Roethlisberger on pace for Canton

Published Jan. 17, 2011 12:00 a.m. ET

This is strictly cart-before-the-horse stuff, because Ben Roethlisberger must still divine a way to do something two of his more famous contemporaries could not the past two weeks, and defeat Coach Blowhard and the New York Jets, before meriting an invitation to Super Bowl XLV.

But, just for the sake of argument, let's say that Roethlisberger emerges victorious on Sunday evening in the AFC Championship Game. And then, moving the hypothesis forward another giant step, that Roethlisberger exits Cowboys Stadium on the night of Feb. 6 with his hands around a third Vince Lombardi Trophy.

Notwithstanding the unknown degree of his dalliance in Milledgeville, Ga., that earned him a four-game suspension at the outset of this season — and the Hall of Fame bylaws, which arrived by FedEx the other day, reminded that selectors are not to contemplate any such off-field indiscretions, either alleged or proven — does a third Super Bowl victory earn Roethlisberger a bust in the Canton, Ohio, shrine?

Given that Roethlisberger is merely 28-years-old, and by even conservative metrics, still likely has another seven or so productive seasons to compile his resume, it's a debate that won't bubble up until this selector is well into further dotage. The same bylaws dictate, after all, a player must be retired for at least five years until his accomplishments can be considered, and that probably puts us around 2023 or so until any esteemed Hall of Fame board can discuss Roethlisberger's career.

Even my estimable Hall of Fame colleague and longtime good friend, Ed Bouchette of the Pittsburgh Post-Gazette, the city's representative on the August HOF board of selectors, won't have to fret about preparing the presentation argument.

Then again, how much of an argument would it really be?

You wouldn't have to have Iron City beer flowing through your veins, or have a Terrible Towel atop the mantel, to make a pretty convincing case.


A third Super Bowl title — go ahead, dream a little bit, fellow 'Burgh natives — would catapult Roethlisberger into elite company.

Very elite, if, indeed, there can be those kinds of super-lofty categories.

After his first Super Bowl victory a year ago, Drew Brees of New Orleans noted that he hoped to add to his championship bounty, but acknowledged: "I'm not sure that anything will ever top this." Imagine winning three of the things. It never gets old and, to the contrary, it makes your memory and your legacy forever young.

Not counting the late George Blanda, who was relegated to beloved clutch kicker late in his career — and who many fans forget once threw a football, not booted it, for a living — there are 17 modern-era quarterbacks in the Hall of Fame. All but six of them own at least one Super Bowl ring. Only three quarterbacks from the Super Bowl Era — Dan Fouts, Sonny Jurgensen and Warren Moon — never started in the championship game. The 11 modern-day quarterbacks enshrined in Canton, have an aggregate 23 Super Bowl titles.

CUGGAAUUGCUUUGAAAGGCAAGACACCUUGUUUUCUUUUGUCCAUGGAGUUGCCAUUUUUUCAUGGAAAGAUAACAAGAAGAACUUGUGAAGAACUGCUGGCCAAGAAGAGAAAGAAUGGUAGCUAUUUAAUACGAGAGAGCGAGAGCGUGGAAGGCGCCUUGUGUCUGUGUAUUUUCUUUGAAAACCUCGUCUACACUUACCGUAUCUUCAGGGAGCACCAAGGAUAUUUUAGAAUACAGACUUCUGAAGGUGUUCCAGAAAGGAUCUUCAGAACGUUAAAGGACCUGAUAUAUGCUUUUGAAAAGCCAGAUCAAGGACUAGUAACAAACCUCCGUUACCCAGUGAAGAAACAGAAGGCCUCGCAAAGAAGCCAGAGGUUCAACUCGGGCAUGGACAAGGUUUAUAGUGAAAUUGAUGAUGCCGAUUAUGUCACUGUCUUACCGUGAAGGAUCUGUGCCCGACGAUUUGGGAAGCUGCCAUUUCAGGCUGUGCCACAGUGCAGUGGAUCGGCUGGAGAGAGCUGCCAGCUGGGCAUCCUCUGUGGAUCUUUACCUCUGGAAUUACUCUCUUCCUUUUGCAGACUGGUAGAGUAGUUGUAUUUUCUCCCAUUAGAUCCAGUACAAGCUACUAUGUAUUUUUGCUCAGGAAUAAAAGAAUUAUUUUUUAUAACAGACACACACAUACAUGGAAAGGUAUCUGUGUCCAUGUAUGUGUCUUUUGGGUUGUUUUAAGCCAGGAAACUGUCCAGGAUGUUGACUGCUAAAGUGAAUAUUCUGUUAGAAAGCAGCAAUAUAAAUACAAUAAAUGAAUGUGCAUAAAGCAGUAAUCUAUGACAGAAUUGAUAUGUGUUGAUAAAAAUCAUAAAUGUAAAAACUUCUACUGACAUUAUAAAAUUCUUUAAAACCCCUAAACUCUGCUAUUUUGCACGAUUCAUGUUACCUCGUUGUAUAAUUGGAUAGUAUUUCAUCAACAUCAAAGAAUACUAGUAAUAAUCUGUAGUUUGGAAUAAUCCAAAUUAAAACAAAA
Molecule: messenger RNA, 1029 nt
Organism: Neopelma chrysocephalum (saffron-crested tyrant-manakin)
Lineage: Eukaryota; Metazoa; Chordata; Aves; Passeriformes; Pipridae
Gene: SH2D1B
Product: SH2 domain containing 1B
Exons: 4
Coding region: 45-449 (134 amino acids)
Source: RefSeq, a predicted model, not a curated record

"It's certainly not (a prerequisite), but it kind of validates you," said Dan Marino, who, ironically, does not have a Super Bowl ring.

Only one quarterback with multiple Super Bowl-winning starts, Jim Plunkett of the Raiders, is not in the Hall of Fame.

Were Roethlisberger to win a third, just two other quarterbacks with strong ties to Western Pennsylvania, Joe Montana and Terry Bradshaw, would have more. And isn't the old football saw that the only statistic that really matters for a quarterback is the number of championships he wins?

The intriguing thing about Roethlisberger, who had to rebuild a whole lot more than just his throwing motion (as a recent newspaper article detailed) during a long and trying offseason, is that despite playing the game's most conspicuous position, he isn't even the face of one of the NFL's most storied franchises. He'd require about another foot's worth of hair hanging out the back of his helmet to rate that status. Which pretty much pigeonholes him in the same niche Bradshaw once occupied.

And, his statistics aside, Roethlisberger is rarely mentioned with, say, Tom Brady or Peyton Manning, as one of the NFL's great passers. But he has ranked among the top five passers, in terms of quarterback rating, in five of seven seasons. And he already owns twice as many Super Bowl rings as Manning and is just one shy of Brady.

The consensus is that Brady, who hasn't exactly distinguished himself in postseason play with his playoff performances the past two seasons, could retire now and waltz into the Hall of Fame. But Brady hasn't won a Super Bowl title since the '04 season. And Big Ben could yet claim a third championship in the six seasons since then.

Roethlisberger is only 28, or two years younger than Bradshaw was when he won his third Super Bowl. He's also five years younger than Brady, the presumptive Hall-of-Fame shoo-in. Roethlisberger is 9-2 in the playoffs, two more postseason victories than the combined total of the three other quarterbacks still playing. And as has been well documented by my hometown media in recent days, his teammates believe in him even more than ever at this time of year.

In a recent column by another 'Burgh-buddy, Ron Cook, Roethlisberger suggested he still has "a lot of fingers left" for more Super Bowl rings. Adding another Super Bowl trinket to the collection, we're guessing, will pretty much earn Roethlisberger a Hall of Fame bust.

Len Pasquarelli is a Senior NFL Writer for The Sports Xchange. He has covered the NFL for 33 years and is a member of the Pro Football Hall of Fame selection committee. His NFL coverage earned recognition as the winner of the McCann Award for distinguished reporting in 2008.